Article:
Since the President has declared this week National Charter School Appreciation & General Ain't Charters Swell Week, you are probably thinking, "How can I be part of the charter school excitement?"
In the past, many charters were launched that focused solidly on providing unique and exciting educational experiences for their communities. These schools were innovative. These schools were connected to their communities. These schools were icing on the public school system cake. And these schools were run by chumps. There's only one question you need to answer to gauge the success of your charter school-- am I making money.
Here's how to properly cash in on the charter school movement.
Not the school-- your portfolio. Set up multiple companies. Create a holding company that owns the building, and charge the school rent and facilities fees. Create a school management company, and hire yourself to run your school. Form your own custodial contracting company. Write your own textbooks, and then sell them to yourself. Buy a loaf of bread and a jar of peanut butter and set yourself up as a lunch concession with ten dollar sandwiches.
Don't Overlook the Obvious
"Non-profit" just means "not wasting money by throwing it away on stockholders." Taking money hand over fist that you can't call profit? Just put it all in a big wheelbarrow and pay it to yourself as a salary. There's no legal limit to what you can be paid as the charter school operator. The only limits to your salary are the limits set by your own sense of shame. If you have no shame, then ka-ching, my friend. Ka. Ching.
Ain't Too Proud To Beg
Have a fundraiser. When you wave schools and children at people, they fork over money like crazy, whether you actually need it or not. The only way it could work any better would be if you found a way to work in the American flag and puppies.
Students Are Marketing Tools
Students have a job at your charter, and that's to make your charter look good and marketable. If they won't do the job, fire them. If they aren't for sure going to graduate, fire them before senior year (100% graduation rate makes great ad copy). If they are going to create bad press for disciplinary reasons, fire them.
Students Are Also The Revenue Stream
The other function of students is to bring money in while not costing any more than is absolutely necessary. Never take students with special needs (unless you can use them to make the school look good without incurring extra costs). If a student will require extra disciplinary or academic intervention, fire him.
Always remember, however, that students need to be fired during Firing Season-- late enough to hold onto the money they bring, but early enough that they won't hurt your numbers.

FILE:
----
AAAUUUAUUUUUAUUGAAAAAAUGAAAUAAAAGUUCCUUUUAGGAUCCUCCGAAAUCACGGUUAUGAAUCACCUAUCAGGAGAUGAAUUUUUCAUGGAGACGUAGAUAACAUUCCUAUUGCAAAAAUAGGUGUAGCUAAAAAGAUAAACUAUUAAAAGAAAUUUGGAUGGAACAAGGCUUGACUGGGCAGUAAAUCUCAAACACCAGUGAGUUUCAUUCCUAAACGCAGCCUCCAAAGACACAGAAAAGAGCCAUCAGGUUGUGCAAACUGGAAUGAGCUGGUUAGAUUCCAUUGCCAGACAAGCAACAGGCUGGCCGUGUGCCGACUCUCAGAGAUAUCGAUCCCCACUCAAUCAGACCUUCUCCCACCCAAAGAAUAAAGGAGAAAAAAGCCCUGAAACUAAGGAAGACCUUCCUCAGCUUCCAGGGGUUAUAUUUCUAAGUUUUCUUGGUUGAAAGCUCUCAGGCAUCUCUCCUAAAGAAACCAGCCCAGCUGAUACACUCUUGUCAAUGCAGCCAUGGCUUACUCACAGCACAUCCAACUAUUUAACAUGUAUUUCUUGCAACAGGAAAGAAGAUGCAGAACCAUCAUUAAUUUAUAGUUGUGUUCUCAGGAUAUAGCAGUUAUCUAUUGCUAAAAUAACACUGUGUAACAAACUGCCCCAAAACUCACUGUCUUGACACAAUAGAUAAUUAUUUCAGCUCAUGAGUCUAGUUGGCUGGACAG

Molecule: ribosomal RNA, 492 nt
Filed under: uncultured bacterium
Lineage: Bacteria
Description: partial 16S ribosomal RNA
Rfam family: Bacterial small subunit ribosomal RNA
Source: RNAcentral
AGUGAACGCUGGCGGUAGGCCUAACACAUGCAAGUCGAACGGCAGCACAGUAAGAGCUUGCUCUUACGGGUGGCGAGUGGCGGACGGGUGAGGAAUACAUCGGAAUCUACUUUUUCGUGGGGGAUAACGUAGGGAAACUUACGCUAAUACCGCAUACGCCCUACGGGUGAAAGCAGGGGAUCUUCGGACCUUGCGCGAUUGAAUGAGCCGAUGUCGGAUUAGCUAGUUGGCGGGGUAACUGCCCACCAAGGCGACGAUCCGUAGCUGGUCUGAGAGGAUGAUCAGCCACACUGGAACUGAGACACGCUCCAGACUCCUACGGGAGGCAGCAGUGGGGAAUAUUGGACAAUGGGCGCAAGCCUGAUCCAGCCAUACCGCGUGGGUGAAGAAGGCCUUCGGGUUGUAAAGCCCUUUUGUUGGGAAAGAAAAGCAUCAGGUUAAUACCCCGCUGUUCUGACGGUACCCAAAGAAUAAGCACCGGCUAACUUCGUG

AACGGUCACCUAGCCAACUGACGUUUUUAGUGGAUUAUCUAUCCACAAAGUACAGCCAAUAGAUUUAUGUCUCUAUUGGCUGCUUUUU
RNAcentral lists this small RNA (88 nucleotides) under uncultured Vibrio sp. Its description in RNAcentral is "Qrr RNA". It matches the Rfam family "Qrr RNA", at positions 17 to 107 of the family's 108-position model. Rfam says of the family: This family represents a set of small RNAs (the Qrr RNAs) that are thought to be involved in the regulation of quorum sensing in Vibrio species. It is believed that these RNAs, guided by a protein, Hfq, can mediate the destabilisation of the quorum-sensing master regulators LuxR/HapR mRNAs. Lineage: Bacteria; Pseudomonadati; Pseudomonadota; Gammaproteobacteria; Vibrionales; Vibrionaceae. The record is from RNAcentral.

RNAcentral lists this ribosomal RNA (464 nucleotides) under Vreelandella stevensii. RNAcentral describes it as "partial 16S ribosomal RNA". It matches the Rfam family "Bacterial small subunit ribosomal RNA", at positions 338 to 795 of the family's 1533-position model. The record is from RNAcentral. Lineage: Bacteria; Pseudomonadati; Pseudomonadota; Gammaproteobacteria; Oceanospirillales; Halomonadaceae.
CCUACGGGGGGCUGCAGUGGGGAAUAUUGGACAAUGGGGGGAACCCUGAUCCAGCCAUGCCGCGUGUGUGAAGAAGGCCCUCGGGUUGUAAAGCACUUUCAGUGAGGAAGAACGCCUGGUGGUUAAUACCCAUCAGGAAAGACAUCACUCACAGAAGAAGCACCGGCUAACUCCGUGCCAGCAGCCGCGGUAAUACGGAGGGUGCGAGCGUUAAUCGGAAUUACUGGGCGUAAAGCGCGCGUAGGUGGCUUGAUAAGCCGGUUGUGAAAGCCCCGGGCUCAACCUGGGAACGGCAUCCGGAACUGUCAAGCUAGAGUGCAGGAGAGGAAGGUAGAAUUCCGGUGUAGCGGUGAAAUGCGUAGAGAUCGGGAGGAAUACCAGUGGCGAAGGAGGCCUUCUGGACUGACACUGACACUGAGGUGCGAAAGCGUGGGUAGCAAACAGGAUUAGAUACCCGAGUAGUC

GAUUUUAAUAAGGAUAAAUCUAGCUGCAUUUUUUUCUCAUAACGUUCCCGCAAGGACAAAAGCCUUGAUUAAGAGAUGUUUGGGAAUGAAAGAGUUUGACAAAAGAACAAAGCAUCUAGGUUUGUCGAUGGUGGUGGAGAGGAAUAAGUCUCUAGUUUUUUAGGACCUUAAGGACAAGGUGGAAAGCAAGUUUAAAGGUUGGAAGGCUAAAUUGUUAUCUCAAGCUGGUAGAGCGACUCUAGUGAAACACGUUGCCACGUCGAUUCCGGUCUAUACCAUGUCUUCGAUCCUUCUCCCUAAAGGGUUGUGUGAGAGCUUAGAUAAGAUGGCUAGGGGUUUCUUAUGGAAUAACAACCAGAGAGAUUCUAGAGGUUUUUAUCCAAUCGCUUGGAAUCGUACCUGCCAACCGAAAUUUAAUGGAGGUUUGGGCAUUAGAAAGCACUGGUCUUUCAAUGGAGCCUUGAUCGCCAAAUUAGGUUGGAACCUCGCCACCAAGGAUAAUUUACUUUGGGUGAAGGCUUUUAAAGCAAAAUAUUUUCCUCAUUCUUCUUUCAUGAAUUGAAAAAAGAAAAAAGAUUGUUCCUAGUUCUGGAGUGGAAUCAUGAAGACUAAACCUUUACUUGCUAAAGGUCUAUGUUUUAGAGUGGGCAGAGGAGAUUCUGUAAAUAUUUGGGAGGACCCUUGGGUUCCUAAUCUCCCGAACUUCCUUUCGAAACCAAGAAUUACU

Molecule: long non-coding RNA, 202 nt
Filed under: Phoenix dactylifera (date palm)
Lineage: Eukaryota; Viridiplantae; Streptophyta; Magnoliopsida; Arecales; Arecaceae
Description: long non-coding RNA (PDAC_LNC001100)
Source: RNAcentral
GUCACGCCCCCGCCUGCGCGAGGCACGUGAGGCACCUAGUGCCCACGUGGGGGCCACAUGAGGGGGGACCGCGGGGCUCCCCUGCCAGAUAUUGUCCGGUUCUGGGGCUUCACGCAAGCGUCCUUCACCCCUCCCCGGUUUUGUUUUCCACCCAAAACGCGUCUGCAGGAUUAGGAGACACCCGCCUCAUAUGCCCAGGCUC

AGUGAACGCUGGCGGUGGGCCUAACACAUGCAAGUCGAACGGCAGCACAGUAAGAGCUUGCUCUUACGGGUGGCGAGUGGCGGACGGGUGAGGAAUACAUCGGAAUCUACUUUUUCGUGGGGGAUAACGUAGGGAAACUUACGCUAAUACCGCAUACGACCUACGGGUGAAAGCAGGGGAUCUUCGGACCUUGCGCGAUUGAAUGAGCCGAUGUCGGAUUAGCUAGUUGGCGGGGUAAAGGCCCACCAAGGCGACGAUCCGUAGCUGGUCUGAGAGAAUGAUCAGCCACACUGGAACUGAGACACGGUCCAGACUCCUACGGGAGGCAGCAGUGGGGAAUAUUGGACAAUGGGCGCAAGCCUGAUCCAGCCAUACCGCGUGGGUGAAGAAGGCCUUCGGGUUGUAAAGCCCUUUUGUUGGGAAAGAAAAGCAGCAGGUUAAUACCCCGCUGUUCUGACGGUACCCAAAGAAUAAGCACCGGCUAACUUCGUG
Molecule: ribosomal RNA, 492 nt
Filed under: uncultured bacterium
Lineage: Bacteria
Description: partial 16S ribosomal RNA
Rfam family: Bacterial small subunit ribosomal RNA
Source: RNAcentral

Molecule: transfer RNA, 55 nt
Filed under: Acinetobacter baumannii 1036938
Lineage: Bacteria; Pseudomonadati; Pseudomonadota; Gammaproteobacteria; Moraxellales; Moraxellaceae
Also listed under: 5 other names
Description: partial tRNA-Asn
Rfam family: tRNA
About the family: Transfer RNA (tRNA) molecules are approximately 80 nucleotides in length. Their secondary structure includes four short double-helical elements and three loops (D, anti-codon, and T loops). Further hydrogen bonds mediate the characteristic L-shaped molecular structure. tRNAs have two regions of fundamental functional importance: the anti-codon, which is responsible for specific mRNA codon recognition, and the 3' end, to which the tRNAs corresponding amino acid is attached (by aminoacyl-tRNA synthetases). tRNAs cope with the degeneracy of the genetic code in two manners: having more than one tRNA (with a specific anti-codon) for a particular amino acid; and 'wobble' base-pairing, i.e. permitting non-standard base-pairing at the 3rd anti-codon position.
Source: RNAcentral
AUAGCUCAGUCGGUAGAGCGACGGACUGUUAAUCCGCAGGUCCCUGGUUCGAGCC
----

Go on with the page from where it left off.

Only Use McTeachers
Personnel costs will eat up your revenue. Make sure your teachers are young, cheap, and easily replaced. Remember-- with the proper programs in a box, teaching requires no more training and expertise than bagging up an order of fries. Why pay New Cadillac wages when all you need are Used Yugos. It should go without saying, but they should never, ever be allowed to organize. Keep them too demoralized to cause trouble, and if someone insists on causing trouble, fire her. Pro tip: TFA can be a great source of people who don't even want to be teachers and will gladly take themselves out of your way.
Remember-- You Are A Public School
You are entitled to public money, public resources, public buildings, public anything you can get them to give you. Never pay a cost out of your pocket when you can get the taxpayers to foot the bill. You also want to accent the "public" in your marketing, as it helps reduce parents' reluctance to screw over the actual public schools.
Remember-- You Are A Private School
Never let anybody see your financials, ever. This is your business, and nobody-- especially not the taxpayers who pay you-- is entitled to know anything about how you run it. "Transparency" is a dirty, dirty word.
In general, rules are for chumps. Make sure you are only playing by the ones that best serve your ROI.
Make the Right Friends
It's true that not everybody can afford to buy, say, an entire legislature or the governor of a state, but even outside of New York, it's possible to use the giant pile of money you've accumulated to help important people understand what a great public service you're performing.
We've come a long way from the days when charter school operators made the mistake of thinking that their schools should focus on educating young men and women. In Modern Times, we better understand that a well-run charter operation can contribute to an important job-- the business of taking money away from undeserving taxpayers and putting it in the hands of the deserving rich. By focusing on the One True Function of charter schools-- making money-- you can develop a robust business that will make it possible for you to send your own children to real private schools that provide the kind of education that, thank goodness, you will never try to incorporate into your own charter operation.